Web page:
|Year : 2020 | Volume
| Issue : 3 | Page : 513-514
Descemet stripping automated endothelial keratoplasty: An alternate surgical modality for Descemet's membrane detachment following hydrops in keratoglobus
Supriya Sharma, Merle Fernandes
Cornea and Anterior Segment Service, LV Prasad Eye Institute, GMR Varalakshmi Campus, Visakhapatnam, Andhra Pradesh, India
|Date of Submission||08-Jun-2019|
|Date of Acceptance||04-Sep-2019|
|Date of Web Publication||14-Feb-2020|
Dr. Merle Fernandes
Cornea and Anterior Segment Service, L V Prasad Eye Institute, GMR Varalakshmi Campus, Hanumanthawaka Junction, Visakhapatnam - 530 040, Andhra Pradesh
Source of Support: None, Conflict of Interest: None
Keywords: Acute hydrops, descemets stripping automated endothelial keratoplasty, Keratoglobus
|How to cite this article:|
Sharma S, Fernandes M. Descemet stripping automated endothelial keratoplasty: An alternate surgical modality for Descemet's membrane detachment following hydrops in keratoglobus. Indian J Ophthalmol 2020;68:513-4
|How to cite this URL:|
Sharma S, Fernandes M. Descemet stripping automated endothelial keratoplasty: An alternate surgical modality for Descemet's membrane detachment following hydrops in keratoglobus. Indian J Ophthalmol [serial online] 2020 [cited 2020 Feb 22];68:513-4. Available from: http://www.ijo.in/text.asp?2020/68/3/513/278342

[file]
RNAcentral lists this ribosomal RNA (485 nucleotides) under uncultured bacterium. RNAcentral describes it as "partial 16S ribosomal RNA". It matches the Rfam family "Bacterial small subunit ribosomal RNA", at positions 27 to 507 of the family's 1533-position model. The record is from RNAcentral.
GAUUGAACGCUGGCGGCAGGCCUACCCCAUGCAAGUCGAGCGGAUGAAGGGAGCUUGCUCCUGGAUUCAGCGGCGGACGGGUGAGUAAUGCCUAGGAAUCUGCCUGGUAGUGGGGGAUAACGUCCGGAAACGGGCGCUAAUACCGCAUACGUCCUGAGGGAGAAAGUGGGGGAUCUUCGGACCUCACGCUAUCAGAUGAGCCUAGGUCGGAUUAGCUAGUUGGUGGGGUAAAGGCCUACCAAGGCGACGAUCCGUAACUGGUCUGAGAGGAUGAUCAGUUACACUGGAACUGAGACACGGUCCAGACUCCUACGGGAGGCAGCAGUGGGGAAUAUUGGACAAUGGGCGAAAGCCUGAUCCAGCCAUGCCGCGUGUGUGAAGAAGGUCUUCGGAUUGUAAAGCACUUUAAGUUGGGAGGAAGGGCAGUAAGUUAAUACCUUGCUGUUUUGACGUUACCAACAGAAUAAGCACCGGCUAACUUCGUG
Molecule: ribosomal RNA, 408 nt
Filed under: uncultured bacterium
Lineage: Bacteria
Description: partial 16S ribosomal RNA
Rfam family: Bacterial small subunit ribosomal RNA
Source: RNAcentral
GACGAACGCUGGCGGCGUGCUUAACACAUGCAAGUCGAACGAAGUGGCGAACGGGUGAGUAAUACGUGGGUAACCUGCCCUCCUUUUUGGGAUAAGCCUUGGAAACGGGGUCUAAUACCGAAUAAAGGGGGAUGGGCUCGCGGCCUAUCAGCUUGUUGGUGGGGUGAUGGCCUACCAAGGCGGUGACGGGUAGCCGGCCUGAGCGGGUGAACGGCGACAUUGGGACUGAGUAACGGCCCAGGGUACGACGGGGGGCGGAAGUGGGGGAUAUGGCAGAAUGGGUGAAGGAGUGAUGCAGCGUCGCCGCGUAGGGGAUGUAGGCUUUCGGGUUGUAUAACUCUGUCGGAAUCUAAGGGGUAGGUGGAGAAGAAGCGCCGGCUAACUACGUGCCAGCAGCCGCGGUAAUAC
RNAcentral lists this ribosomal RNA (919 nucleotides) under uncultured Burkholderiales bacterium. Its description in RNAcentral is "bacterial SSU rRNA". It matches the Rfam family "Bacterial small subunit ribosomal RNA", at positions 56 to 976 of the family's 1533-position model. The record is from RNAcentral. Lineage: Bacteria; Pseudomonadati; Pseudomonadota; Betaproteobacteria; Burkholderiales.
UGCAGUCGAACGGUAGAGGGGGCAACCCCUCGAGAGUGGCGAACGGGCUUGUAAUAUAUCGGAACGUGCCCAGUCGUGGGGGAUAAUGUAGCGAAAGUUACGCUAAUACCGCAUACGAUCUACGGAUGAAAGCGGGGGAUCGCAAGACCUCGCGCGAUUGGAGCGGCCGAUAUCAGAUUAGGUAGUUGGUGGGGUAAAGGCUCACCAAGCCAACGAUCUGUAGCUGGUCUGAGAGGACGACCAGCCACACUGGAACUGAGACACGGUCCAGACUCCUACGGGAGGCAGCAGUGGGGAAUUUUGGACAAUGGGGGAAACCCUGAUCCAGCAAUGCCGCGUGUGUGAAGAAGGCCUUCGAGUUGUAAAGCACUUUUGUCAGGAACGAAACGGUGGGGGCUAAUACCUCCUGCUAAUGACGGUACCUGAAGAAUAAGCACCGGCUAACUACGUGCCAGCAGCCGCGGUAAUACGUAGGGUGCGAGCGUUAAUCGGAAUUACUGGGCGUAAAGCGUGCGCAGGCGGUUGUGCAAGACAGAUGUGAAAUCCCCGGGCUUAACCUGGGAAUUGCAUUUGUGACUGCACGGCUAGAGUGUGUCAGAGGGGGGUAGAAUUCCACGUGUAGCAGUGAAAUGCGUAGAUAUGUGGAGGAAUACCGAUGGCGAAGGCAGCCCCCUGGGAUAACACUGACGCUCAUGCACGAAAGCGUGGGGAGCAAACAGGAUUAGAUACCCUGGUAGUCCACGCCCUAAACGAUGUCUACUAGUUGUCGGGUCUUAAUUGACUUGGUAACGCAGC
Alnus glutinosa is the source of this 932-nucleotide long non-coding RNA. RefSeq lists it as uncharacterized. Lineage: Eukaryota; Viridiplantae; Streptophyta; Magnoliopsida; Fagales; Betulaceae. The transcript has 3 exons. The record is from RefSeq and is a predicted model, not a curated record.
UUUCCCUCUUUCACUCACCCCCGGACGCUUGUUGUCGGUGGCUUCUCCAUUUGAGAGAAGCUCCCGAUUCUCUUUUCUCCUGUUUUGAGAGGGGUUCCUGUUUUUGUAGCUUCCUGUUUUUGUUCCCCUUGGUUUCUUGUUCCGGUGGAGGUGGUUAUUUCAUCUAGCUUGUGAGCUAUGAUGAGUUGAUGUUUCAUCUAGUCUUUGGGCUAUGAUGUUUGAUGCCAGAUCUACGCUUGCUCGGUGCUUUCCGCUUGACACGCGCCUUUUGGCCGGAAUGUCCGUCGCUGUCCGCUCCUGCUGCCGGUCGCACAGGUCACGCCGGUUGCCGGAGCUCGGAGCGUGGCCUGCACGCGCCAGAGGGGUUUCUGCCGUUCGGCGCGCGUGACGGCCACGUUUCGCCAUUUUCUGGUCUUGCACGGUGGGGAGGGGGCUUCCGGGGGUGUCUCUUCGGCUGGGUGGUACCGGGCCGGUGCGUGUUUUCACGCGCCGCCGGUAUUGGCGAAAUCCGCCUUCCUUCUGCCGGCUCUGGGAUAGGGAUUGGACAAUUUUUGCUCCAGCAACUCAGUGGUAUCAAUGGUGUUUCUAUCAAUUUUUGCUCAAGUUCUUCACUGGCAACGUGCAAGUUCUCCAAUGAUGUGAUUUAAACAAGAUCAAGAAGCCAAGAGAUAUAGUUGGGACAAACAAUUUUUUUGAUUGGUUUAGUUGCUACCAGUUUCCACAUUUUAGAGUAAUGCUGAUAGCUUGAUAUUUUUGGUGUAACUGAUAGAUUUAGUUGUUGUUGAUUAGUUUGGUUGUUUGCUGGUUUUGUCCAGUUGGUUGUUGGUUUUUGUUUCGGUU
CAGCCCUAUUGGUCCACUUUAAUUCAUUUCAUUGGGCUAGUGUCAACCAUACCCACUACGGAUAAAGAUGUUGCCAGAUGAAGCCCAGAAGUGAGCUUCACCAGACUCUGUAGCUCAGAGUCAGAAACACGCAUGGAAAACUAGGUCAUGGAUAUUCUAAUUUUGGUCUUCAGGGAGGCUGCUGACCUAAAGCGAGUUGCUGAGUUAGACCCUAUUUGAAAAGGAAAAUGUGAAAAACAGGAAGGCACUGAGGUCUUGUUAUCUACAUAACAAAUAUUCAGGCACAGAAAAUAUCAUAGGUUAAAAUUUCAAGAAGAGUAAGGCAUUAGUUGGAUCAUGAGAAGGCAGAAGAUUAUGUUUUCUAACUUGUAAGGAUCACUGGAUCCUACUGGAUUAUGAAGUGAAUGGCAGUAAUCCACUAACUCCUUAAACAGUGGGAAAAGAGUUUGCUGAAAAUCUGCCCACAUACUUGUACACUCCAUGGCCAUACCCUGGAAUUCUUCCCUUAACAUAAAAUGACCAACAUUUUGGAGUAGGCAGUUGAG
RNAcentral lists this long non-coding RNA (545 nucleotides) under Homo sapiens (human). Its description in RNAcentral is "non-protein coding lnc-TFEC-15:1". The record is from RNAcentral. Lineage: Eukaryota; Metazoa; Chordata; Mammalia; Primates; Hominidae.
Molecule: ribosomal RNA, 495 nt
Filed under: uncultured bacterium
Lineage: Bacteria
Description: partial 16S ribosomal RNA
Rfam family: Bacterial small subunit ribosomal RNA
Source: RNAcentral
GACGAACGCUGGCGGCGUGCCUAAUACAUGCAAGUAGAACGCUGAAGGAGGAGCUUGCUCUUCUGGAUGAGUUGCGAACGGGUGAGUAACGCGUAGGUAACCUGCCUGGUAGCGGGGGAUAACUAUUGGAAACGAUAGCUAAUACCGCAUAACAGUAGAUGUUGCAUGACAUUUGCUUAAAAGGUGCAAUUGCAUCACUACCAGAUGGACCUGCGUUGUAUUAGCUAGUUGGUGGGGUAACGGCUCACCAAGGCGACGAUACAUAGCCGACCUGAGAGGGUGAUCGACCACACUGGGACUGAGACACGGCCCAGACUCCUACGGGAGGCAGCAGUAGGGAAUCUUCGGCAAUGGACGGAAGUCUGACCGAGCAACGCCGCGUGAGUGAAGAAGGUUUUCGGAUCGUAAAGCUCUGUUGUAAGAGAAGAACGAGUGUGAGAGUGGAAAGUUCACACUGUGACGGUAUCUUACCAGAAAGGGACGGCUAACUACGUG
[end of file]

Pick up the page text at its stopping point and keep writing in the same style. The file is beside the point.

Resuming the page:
A 47-year-old lady presented with inaccurate projection of rays in her right eye and blurred vision of counting fingers in the left eye since 10 days. Both the eyes had blue sclera. Slit-lamp biomicroscopy revealed bilateral keratoglobus and adherent leukoma with left eye acute hydrops due to Descemet's membrane detachment (DMD) [Figure 1]a and [Figure 1]b] confirmed by anterior segment ocular coherence tomography (OCT) [Figure 1]c. The wide Descemet's membrane (DM) rip and marked ectasia precluded successful air descemetopexy. Being monocular, an early DSAEK was advised for tectonic support to the thin cornea and quick visual rehabilitation. To avoid tearing of the fragile cornea, a 7.5 mm diameter lenticule was pushed through a scleral incision over a Sheet's glide, which decentered superiorly with the reverse Sinskey due to the inferior adherent leukoma and avoided stroking, since the cornea was brittle. All surgical incisions were sutured with long intrastromal 10-0 nylon bites. Air bubble tamponade was difficult due to posteriorly migrating air bubble. Postoperatively, lenticule was attached, stromal edema resolved and vision improved to 20/400 [Figure 2]a and [Figure 2]b. A challenging phacoemulsification with intraocular lens implantation was done 9 months later. The technical issues, included paracentesis extension and phacoemulsification, in a shallow anterior chamber (AC) due to adherent leukoma while protecting the DSAEK lenticule. At 2 years follow-up her vision is 20/125 [Figure 3]a and [Figure 3]b.